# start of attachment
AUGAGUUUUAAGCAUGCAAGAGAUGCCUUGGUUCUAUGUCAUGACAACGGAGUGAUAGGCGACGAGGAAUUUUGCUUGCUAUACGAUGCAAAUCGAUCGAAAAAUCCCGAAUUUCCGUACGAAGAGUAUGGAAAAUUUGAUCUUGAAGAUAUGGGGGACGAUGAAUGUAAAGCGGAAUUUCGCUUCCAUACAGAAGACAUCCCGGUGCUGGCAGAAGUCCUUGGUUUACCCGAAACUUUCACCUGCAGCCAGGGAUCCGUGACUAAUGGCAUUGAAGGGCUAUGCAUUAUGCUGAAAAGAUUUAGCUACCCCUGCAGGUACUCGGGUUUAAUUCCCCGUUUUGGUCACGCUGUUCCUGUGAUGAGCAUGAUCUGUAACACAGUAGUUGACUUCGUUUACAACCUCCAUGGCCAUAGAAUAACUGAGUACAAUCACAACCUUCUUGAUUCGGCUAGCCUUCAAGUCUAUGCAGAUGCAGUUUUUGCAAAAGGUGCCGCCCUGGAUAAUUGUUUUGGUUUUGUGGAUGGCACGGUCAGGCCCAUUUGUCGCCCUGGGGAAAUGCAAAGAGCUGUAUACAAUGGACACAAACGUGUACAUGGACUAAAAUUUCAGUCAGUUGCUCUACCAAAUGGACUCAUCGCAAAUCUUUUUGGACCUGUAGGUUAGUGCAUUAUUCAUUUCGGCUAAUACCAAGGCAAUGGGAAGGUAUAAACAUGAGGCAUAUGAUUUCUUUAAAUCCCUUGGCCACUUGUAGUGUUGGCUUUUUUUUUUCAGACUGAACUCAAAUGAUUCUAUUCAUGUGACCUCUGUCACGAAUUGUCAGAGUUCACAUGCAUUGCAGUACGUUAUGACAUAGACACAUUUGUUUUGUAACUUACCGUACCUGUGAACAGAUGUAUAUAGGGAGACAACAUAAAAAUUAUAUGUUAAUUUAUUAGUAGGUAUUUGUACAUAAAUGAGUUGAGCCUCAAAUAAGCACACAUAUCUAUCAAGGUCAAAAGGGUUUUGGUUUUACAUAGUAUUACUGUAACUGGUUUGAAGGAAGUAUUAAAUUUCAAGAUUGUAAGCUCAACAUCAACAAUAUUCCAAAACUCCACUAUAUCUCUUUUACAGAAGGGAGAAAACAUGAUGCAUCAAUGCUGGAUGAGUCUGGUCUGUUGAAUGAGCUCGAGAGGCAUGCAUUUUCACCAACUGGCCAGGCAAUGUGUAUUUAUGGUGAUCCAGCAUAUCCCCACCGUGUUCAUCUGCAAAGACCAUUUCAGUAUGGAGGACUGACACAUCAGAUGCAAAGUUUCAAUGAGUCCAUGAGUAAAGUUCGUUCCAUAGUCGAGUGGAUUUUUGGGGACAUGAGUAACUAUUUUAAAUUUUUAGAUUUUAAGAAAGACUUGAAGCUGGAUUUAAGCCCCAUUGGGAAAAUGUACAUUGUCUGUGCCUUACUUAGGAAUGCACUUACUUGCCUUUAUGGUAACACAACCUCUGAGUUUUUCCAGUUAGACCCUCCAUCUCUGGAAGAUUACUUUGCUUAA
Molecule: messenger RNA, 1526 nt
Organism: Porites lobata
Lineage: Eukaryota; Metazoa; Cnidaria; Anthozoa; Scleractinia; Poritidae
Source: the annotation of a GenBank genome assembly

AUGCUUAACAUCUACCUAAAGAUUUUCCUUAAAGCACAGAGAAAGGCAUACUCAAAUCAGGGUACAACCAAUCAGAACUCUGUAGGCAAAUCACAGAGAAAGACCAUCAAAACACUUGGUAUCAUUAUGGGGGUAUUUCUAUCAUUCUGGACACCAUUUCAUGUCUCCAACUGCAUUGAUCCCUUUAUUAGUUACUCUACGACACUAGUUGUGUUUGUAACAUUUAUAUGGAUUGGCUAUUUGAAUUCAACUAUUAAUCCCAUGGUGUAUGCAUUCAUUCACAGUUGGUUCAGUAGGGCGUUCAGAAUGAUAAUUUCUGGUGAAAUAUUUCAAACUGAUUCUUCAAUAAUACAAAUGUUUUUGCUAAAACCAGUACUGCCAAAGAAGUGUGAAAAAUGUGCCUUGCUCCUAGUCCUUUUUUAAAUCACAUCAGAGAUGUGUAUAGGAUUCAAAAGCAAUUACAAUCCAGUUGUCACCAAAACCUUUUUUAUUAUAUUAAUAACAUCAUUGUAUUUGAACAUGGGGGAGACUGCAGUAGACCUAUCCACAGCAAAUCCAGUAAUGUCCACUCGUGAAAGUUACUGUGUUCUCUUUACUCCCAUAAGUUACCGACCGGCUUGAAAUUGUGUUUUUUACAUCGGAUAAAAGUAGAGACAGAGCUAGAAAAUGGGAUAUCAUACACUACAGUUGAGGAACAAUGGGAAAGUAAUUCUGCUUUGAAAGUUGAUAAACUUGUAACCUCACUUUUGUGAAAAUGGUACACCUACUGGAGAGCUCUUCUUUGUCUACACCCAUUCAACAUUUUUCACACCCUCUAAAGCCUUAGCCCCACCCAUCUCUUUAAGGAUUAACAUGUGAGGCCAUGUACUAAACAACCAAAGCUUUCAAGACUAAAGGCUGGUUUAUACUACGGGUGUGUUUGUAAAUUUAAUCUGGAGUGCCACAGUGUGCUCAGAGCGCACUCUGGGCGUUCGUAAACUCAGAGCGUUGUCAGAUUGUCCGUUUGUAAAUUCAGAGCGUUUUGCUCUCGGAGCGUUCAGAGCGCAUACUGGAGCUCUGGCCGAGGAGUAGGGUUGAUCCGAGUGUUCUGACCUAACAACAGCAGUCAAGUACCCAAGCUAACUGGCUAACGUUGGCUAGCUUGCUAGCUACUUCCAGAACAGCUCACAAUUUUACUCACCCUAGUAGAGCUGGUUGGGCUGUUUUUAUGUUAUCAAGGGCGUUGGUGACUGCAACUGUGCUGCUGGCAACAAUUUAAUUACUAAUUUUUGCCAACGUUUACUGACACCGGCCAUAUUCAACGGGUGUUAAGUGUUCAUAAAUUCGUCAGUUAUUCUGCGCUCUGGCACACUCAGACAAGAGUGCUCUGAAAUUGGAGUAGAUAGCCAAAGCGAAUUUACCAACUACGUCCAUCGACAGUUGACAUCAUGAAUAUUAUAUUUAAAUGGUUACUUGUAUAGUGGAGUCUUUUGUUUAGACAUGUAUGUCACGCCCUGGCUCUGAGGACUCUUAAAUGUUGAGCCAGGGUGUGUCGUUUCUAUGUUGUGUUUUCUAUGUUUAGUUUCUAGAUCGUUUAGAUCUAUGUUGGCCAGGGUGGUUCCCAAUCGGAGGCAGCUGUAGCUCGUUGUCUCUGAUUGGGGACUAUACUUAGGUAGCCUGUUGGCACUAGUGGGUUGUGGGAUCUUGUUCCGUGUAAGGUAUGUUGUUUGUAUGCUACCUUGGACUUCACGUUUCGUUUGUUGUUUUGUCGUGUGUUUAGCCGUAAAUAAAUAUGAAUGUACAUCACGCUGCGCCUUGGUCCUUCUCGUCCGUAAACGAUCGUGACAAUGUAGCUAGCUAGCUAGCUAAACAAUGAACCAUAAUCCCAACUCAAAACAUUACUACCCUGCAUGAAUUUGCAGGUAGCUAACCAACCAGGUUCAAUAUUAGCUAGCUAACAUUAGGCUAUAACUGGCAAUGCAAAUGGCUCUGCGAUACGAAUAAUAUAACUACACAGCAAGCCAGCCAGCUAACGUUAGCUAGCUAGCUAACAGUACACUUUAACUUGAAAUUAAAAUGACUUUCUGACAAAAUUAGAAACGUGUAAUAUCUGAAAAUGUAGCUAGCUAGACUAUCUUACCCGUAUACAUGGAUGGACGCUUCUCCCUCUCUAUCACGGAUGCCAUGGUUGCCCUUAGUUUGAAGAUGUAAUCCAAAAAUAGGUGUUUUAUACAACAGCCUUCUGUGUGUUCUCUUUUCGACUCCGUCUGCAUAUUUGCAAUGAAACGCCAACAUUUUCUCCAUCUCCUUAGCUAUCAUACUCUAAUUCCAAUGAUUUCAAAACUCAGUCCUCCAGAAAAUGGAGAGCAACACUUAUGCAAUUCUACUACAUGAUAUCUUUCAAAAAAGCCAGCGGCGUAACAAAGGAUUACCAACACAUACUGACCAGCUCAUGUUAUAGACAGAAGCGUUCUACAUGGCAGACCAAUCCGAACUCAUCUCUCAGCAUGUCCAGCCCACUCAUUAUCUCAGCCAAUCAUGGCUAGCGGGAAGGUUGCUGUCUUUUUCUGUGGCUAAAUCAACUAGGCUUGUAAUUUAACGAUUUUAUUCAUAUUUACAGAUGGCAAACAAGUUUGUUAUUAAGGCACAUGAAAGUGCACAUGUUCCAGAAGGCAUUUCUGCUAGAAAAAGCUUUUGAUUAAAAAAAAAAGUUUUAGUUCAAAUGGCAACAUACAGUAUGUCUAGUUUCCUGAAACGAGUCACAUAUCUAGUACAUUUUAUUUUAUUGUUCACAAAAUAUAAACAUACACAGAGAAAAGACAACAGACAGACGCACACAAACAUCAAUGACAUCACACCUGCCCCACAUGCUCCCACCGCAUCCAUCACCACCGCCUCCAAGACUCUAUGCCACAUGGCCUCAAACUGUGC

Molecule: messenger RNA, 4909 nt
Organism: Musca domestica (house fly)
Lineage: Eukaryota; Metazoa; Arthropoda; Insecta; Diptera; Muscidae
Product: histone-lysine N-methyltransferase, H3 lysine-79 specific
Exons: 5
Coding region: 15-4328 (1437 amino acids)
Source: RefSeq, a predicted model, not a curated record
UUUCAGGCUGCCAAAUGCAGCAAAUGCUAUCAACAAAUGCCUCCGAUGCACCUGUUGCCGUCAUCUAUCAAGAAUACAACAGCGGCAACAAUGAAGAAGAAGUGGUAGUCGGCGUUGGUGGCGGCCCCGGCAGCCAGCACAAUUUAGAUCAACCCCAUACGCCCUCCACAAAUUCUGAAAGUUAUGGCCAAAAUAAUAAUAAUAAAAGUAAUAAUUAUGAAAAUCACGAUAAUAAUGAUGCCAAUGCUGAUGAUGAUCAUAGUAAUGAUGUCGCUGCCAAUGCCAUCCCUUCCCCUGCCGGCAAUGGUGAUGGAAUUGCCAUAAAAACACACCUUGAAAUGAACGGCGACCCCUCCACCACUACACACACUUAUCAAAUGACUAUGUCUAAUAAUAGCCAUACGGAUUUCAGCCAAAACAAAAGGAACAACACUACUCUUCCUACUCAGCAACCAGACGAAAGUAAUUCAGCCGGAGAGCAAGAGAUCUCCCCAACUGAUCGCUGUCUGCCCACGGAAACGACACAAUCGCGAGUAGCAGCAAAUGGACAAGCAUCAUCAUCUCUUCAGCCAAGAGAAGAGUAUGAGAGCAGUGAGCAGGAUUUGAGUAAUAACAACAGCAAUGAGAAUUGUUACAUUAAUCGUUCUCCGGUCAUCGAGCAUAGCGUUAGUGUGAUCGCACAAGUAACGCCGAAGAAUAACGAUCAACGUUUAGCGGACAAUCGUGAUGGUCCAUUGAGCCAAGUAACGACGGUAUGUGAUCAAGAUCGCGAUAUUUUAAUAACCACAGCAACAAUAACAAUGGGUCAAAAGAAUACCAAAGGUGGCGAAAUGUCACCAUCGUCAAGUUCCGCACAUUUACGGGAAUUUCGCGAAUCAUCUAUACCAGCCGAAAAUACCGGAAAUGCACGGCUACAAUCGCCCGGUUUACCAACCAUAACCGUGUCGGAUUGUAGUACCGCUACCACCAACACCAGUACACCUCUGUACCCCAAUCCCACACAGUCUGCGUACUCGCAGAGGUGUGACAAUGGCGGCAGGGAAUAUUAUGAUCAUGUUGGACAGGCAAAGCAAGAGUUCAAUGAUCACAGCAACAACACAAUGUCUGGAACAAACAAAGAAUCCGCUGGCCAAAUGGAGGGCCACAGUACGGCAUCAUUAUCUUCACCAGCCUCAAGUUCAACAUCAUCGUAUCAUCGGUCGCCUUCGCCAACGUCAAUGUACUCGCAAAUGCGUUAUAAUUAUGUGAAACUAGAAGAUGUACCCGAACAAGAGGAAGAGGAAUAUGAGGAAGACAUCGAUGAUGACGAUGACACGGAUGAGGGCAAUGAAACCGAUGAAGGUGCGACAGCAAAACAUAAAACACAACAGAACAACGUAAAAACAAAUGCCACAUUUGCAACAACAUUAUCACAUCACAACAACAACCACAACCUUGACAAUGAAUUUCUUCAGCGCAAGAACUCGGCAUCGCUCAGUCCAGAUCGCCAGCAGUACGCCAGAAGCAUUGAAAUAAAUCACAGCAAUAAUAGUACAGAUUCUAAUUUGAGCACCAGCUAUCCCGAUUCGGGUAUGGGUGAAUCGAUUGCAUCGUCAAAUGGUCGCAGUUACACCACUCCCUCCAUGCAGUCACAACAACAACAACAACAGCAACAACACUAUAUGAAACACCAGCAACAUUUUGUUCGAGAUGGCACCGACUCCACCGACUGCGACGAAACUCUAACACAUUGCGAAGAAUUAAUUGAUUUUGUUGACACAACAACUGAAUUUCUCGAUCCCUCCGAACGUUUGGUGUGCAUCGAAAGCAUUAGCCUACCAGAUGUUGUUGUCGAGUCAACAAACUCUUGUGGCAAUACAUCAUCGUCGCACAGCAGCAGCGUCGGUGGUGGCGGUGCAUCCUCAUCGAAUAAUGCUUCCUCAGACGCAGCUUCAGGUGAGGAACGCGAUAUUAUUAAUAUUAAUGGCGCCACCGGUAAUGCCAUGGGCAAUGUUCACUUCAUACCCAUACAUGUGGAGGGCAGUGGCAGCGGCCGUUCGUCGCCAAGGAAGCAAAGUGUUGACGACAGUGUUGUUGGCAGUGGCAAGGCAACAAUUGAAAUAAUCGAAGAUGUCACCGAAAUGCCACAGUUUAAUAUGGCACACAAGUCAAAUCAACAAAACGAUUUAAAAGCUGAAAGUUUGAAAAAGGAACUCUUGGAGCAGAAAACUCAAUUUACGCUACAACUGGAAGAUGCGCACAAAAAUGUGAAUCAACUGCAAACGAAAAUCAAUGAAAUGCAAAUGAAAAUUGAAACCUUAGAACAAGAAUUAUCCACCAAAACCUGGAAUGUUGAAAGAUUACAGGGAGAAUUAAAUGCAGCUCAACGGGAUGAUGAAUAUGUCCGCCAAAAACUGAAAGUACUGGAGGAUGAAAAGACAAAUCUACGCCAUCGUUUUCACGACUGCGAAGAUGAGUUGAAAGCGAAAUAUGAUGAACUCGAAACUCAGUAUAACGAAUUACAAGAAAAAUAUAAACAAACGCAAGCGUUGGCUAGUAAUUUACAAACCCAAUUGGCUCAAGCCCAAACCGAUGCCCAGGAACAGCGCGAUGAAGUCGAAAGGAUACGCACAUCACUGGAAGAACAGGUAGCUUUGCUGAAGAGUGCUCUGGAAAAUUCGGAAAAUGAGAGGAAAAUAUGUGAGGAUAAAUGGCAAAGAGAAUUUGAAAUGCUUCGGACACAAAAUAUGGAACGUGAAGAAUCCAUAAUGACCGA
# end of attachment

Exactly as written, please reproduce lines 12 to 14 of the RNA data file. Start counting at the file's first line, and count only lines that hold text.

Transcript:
Coding region: 15-4328 (1437 amino acids)
Source: RefSeq, a predicted model, not a curated record
UUUCAGGCUGCCAAAUGCAGCAAAUGCUAUCAACAAAUGCCUCCGAUGCACCUGUUGCCGUCAUCUAUCAAGAAUACAACAGCGGCAACAAUGAAGAAGAAGUGGUAGUCGGCGUUGGUGGCGGCCCCGGCAGCCAGCACAAUUUAGAUCAACCCCAUACGCCCUCCACAAAUUCUGAAAGUUAUGGCCAAAAUAAUAAUAAUAAAAGUAAUAAUUAUGAAAAUCACGAUAAUAAUGAUGCCAAUGCUGAUGAUGAUCAUAGUAAUGAUGUCGCUGCCAAUGCCAUCCCUUCCCCUGCCGGCAAUGGUGAUGGAAUUGCCAUAAAAACACACCUUGAAAUGAACGGCGACCCCUCCACCACUACACACACUUAUCAAAUGACUAUGUCUAAUAAUAGCCAUACGGAUUUCAGCCAAAACAAAAGGAACAACACUACUCUUCCUACUCAGCAACCAGACGAAAGUAAUUCAGCCGGAGAGCAAGAGAUCUCCCCAACUGAUCGCUGUCUGCCCACGGAAACGACACAAUCGCGAGUAGCAGCAAAUGGACAAGCAUCAUCAUCUCUUCAGCCAAGAGAAGAGUAUGAGAGCAGUGAGCAGGAUUUGAGUAAUAACAACAGCAAUGAGAAUUGUUACAUUAAUCGUUCUCCGGUCAUCGAGCAUAGCGUUAGUGUGAUCGCACAAGUAACGCCGAAGAAUAACGAUCAACGUUUAGCGGACAAUCGUGAUGGUCCAUUGAGCCAAGUAACGACGGUAUGUGAUCAAGAUCGCGAUAUUUUAAUAACCACAGCAACAAUAACAAUGGGUCAAAAGAAUACCAAAGGUGGCGAAAUGUCACCAUCGUCAAGUUCCGCACAUUUACGGGAAUUUCGCGAAUCAUCUAUACCAGCCGAAAAUACCGGAAAUGCACGGCUACAAUCGCCCGGUUUACCAACCAUAACCGUGUCGGAUUGUAGUACCGCUACCACCAACACCAGUACACCUCUGUACCCCAAUCCCACACAGUCUGCGUACUCGCAGAGGUGUGACAAUGGCGGCAGGGAAUAUUAUGAUCAUGUUGGACAGGCAAAGCAAGAGUUCAAUGAUCACAGCAACAACACAAUGUCUGGAACAAACAAAGAAUCCGCUGGCCAAAUGGAGGGCCACAGUACGGCAUCAUUAUCUUCACCAGCCUCAAGUUCAACAUCAUCGUAUCAUCGGUCGCCUUCGCCAACGUCAAUGUACUCGCAAAUGCGUUAUAAUUAUGUGAAACUAGAAGAUGUACCCGAACAAGAGGAAGAGGAAUAUGAGGAAGACAUCGAUGAUGACGAUGACACGGAUGAGGGCAAUGAAACCGAUGAAGGUGCGACAGCAAAACAUAAAACACAACAGAACAACGUAAAAACAAAUGCCACAUUUGCAACAACAUUAUCACAUCACAACAACAACCACAACCUUGACAAUGAAUUUCUUCAGCGCAAGAACUCGGCAUCGCUCAGUCCAGAUCGCCAGCAGUACGCCAGAAGCAUUGAAAUAAAUCACAGCAAUAAUAGUACAGAUUCUAAUUUGAGCACCAGCUAUCCCGAUUCGGGUAUGGGUGAAUCGAUUGCAUCGUCAAAUGGUCGCAGUUACACCACUCCCUCCAUGCAGUCACAACAACAACAACAACAGCAACAACACUAUAUGAAACACCAGCAACAUUUUGUUCGAGAUGGCACCGACUCCACCGACUGCGACGAAACUCUAACACAUUGCGAAGAAUUAAUUGAUUUUGUUGACACAACAACUGAAUUUCUCGAUCCCUCCGAACGUUUGGUGUGCAUCGAAAGCAUUAGCCUACCAGAUGUUGUUGUCGAGUCAACAAACUCUUGUGGCAAUACAUCAUCGUCGCACAGCAGCAGCGUCGGUGGUGGCGGUGCAUCCUCAUCGAAUAAUGCUUCCUCAGACGCAGCUUCAGGUGAGGAACGCGAUAUUAUUAAUAUUAAUGGCGCCACCGGUAAUGCCAUGGGCAAUGUUCACUUCAUACCCAUACAUGUGGAGGGCAGUGGCAGCGGCCGUUCGUCGCCAAGGAAGCAAAGUGUUGACGACAGUGUUGUUGGCAGUGGCAAGGCAACAAUUGAAAUAAUCGAAGAUGUCACCGAAAUGCCACAGUUUAAUAUGGCACACAAGUCAAAUCAACAAAACGAUUUAAAAGCUGAAAGUUUGAAAAAGGAACUCUUGGAGCAGAAAACUCAAUUUACGCUACAACUGGAAGAUGCGCACAAAAAUGUGAAUCAACUGCAAACGAAAAUCAAUGAAAUGCAAAUGAAAAUUGAAACCUUAGAACAAGAAUUAUCCACCAAAACCUGGAAUGUUGAAAGAUUACAGGGAGAAUUAAAUGCAGCUCAACGGGAUGAUGAAUAUGUCCGCCAAAAACUGAAAGUACUGGAGGAUGAAAAGACAAAUCUACGCCAUCGUUUUCACGACUGCGAAGAUGAGUUGAAAGCGAAAUAUGAUGAACUCGAAACUCAGUAUAACGAAUUACAAGAAAAAUAUAAACAAACGCAAGCGUUGGCUAGUAAUUUACAAACCCAAUUGGCUCAAGCCCAAACCGAUGCCCAGGAACAGCGCGAUGAAGUCGAAAGGAUACGCACAUCACUGGAAGAACAGGUAGCUUUGCUGAAGAGUGCUCUGGAAAAUUCGGAAAAUGAGAGGAAAAUAUGUGAGGAUAAAUGGCAAAGAGAAUUUGAAAUGCUUCGGACACAAAAUAUGGAACGUGAAGAAUCCAUAAUGACCGA